The Health Unit with the assistance of the Ministry of the Environment and Climate Change is monitoring lakes in Peterborough County and City area. To date, no reports have been received of the presence or confirmation of blue-green algae this season.

“Residents should visit the Health Unit’s website or call us for information about what to look for before swimming or consuming water if they suspect a bloom in their area,” said Atul Jain, Manager of Inspection Services Programs at the Health Unit. “Just as we’ve all learned how to avoid poison ivy and sunburns, it’s important to know how to protect ourselves from blue-green algae so everyone can still safely enjoy the outdoors.”

Blue-green algae are a type of bacteria, called cyanobacteria that are known for rapidly reproducing and collecting to form large, highly visible blooms throughout the water column, on the surface of water as a scum, or on the lake bottom as a mat.  These blooms are not only unsightly and smelly: some species of cyanobacteria can also release poisons, called cyanobacterial toxins, when the cells that make up the bloom rupture or die.

To report a blue-green algae bloom, residents are advised to contact the Ministry of the Environment and Climate Change at 1-800-268-6060

The risk to humans is primarily from drinking water that has been contaminated with toxins from a dense algae bloom.  Fortunately, there have been no human deaths attributed to drinking water containing cyanobacterial toxins, but the toxins may cause headaches, fever, nausea, vomiting, abdominal pain or diarrhea. Long-term consumption of water containing high levels of cyanobacterial toxins may cause neurological or liver problems.  If allowed, farm animals and pets may consume large quantities of heavily contaminated water, resulting in sickness or death.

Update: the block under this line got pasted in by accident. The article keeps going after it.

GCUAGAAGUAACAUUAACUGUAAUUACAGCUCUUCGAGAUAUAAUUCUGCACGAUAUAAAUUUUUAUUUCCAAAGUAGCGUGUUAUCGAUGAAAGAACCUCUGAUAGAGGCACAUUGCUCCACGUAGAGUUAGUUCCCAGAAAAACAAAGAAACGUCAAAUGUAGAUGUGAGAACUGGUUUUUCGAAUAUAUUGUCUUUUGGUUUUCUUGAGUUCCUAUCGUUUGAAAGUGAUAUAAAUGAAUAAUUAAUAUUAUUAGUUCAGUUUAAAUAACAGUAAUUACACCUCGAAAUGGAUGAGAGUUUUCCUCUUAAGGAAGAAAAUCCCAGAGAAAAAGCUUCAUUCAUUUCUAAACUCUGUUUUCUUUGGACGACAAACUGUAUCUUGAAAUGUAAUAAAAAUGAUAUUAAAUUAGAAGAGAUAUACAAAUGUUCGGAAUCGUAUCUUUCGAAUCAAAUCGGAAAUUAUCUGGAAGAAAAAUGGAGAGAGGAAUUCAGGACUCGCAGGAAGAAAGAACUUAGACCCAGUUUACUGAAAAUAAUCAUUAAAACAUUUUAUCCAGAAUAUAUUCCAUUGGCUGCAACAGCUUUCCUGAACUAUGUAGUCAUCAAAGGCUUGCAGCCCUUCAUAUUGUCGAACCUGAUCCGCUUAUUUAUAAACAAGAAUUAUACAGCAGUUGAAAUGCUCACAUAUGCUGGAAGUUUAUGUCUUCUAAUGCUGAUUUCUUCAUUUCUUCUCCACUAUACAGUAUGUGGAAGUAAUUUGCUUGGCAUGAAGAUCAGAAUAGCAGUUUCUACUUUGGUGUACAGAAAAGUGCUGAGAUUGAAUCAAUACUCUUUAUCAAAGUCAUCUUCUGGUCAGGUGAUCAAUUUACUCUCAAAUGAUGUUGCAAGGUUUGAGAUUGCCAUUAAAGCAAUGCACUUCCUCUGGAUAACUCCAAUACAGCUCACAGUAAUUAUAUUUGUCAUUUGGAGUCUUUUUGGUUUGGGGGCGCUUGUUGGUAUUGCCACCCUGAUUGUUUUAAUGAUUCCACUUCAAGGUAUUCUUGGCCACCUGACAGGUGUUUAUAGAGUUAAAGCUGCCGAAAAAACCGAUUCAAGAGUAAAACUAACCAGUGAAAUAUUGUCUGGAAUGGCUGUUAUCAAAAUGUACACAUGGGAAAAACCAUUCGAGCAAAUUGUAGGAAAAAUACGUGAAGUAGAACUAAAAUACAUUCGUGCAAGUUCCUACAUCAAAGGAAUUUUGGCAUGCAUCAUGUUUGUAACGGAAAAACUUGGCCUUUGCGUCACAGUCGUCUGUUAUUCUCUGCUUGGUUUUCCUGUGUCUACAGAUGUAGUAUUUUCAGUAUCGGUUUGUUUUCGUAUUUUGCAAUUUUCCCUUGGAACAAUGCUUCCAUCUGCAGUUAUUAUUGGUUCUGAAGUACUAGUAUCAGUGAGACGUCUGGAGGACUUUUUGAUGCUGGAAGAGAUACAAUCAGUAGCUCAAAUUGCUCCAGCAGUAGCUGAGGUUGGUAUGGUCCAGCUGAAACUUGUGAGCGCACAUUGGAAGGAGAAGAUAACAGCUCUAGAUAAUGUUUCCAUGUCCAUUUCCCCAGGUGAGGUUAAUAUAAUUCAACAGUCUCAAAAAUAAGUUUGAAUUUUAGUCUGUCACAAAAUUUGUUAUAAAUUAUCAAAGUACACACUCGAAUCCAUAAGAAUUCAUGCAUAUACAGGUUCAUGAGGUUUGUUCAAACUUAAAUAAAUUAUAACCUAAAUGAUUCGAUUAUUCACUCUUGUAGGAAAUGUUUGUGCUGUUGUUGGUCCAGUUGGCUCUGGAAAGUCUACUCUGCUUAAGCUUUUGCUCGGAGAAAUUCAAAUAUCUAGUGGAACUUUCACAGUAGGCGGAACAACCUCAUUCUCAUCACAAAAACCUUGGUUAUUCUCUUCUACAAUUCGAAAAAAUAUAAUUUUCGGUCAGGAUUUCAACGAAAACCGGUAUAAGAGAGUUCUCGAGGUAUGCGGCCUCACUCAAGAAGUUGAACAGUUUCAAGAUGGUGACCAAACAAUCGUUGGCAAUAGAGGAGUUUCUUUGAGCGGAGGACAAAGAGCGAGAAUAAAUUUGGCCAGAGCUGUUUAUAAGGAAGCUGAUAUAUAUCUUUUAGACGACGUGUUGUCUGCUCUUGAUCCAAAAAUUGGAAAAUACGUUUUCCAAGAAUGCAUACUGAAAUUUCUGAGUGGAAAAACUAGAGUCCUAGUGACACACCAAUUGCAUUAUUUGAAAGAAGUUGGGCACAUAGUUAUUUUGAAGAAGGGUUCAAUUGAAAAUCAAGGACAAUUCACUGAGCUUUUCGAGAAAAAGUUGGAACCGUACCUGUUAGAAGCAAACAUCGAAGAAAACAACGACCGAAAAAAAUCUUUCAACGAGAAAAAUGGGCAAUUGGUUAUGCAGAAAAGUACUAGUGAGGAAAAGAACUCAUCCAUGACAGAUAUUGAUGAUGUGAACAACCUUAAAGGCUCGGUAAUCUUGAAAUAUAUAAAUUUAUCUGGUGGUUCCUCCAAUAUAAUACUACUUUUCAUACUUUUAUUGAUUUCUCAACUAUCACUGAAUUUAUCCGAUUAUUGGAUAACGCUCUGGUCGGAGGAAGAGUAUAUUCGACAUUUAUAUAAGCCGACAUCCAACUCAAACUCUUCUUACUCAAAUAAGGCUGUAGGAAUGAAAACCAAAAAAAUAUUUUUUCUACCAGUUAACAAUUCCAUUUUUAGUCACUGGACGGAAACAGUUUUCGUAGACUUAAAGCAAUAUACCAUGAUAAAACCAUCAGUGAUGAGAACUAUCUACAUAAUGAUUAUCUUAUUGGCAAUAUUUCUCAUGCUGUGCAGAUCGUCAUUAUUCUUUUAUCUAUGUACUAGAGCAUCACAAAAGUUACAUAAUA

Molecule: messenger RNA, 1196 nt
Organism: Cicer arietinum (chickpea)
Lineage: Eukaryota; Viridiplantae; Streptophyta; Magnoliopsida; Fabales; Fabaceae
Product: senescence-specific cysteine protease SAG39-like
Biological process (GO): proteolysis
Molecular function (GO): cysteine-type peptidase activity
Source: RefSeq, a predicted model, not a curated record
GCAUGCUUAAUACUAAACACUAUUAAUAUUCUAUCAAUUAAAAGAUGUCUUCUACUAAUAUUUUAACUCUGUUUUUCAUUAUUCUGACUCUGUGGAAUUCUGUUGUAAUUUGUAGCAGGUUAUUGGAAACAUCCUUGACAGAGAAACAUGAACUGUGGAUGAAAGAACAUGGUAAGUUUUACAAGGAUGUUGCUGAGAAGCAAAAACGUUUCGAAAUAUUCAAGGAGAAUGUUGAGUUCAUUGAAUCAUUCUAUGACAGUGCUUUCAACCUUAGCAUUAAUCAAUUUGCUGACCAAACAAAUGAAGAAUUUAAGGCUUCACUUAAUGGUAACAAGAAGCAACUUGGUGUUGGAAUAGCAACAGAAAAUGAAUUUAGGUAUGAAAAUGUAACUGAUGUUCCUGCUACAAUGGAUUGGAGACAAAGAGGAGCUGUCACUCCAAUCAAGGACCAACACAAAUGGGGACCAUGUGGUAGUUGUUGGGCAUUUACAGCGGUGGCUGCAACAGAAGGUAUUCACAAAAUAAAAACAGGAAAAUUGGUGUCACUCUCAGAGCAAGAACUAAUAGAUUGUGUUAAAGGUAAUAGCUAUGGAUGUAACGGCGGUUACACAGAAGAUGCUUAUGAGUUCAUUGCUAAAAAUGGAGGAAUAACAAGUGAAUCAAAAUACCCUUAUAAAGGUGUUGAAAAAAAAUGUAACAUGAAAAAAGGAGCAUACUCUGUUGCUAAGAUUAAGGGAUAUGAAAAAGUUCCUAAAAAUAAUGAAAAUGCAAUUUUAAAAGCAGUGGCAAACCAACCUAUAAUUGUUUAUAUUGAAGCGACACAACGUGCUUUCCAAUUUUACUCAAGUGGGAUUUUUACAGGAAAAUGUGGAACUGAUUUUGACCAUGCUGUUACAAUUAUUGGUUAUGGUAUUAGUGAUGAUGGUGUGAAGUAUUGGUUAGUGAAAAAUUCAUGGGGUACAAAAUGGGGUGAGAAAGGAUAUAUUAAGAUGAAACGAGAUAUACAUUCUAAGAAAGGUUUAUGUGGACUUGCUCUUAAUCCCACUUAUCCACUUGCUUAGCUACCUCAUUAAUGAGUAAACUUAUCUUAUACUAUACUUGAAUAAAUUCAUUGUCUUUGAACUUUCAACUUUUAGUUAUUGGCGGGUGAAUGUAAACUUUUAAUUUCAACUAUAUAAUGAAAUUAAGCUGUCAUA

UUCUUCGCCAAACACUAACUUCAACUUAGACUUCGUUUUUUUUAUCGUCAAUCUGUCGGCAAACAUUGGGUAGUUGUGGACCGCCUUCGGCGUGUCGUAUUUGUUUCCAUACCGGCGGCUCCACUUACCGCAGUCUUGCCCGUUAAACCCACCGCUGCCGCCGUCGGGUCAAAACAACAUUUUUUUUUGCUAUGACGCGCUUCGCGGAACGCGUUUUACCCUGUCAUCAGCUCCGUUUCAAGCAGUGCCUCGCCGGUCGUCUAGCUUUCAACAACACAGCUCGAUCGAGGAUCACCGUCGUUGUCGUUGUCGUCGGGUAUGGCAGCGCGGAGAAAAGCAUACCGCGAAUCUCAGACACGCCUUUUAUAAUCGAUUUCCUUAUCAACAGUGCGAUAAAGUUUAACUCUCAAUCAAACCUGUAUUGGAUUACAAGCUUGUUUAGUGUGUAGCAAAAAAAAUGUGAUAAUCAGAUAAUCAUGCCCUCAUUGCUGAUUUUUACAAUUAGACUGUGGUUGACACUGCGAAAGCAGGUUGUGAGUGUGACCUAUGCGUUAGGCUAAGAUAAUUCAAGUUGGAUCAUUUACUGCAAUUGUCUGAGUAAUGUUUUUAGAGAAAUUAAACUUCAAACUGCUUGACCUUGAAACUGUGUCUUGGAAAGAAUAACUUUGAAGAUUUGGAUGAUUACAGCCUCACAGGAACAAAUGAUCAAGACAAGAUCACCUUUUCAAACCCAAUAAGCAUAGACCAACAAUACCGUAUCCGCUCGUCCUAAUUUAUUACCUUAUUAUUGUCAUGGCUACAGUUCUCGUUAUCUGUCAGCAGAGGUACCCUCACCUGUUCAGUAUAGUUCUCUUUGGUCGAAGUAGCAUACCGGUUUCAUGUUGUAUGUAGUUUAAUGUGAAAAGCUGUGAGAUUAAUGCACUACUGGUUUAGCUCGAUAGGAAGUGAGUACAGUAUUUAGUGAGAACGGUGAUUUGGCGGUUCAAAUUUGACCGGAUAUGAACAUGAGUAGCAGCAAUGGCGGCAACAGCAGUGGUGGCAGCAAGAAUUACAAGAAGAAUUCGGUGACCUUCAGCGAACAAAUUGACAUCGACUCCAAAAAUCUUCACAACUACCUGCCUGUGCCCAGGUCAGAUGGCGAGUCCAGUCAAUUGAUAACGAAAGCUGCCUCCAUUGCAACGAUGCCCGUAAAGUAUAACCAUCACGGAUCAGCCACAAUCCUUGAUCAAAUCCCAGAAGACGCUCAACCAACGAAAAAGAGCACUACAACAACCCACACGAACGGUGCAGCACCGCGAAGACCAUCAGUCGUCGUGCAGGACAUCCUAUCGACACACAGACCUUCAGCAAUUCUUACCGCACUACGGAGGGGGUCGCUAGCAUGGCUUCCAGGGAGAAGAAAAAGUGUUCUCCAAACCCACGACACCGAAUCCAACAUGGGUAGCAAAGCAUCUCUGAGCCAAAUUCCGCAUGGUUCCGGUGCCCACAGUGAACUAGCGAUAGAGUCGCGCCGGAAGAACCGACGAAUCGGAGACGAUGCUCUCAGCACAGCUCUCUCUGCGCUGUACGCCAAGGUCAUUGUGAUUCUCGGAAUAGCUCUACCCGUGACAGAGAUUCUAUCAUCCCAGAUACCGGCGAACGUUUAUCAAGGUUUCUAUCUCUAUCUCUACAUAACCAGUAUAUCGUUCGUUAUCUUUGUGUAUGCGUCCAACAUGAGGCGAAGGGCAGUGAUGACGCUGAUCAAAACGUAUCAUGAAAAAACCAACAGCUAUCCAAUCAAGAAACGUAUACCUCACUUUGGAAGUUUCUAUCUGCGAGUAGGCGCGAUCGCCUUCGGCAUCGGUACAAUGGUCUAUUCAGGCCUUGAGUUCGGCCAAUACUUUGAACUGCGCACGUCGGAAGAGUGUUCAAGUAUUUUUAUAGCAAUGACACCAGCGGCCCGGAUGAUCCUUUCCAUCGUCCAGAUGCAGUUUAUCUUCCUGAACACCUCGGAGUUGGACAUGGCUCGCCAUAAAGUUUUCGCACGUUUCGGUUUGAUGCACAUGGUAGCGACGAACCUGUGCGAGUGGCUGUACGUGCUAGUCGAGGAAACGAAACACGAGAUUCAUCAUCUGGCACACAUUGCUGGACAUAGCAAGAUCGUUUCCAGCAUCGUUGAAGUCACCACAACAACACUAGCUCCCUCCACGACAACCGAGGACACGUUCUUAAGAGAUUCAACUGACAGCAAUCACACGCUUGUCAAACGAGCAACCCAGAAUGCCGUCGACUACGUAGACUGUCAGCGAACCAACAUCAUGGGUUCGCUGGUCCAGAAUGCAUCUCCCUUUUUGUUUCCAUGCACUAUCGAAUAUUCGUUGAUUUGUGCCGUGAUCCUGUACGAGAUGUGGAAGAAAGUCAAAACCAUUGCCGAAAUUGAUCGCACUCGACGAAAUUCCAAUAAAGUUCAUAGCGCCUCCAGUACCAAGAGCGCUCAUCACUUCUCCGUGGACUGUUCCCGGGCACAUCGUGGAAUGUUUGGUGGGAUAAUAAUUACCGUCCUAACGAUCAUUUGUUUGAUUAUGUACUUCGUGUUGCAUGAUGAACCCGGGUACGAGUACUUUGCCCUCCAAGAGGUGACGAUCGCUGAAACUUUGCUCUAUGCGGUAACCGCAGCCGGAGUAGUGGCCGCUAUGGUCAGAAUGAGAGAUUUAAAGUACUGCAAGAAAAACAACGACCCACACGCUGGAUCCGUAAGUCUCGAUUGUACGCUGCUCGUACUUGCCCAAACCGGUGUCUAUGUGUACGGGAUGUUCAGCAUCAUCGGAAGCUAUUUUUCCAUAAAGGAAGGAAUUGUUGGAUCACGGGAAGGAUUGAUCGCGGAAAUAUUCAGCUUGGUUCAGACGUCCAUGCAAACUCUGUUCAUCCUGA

Some individuals are sensitive to blue-green algae, and may develop a mild skin rash or eye irritation even if there is no toxin produced by the bloom.  Some individuals will have no reaction.

For more information on blue-green algae, and precautions to be taken before swimming in or consuming water where there has been an algae bloom, go to, click on “My Home & Environment” and visit the webpage dedicated to blue-green algae.



For further information, please contact:

Brittany Cadence
Communications Supervisor
705-743-1000, ext. 391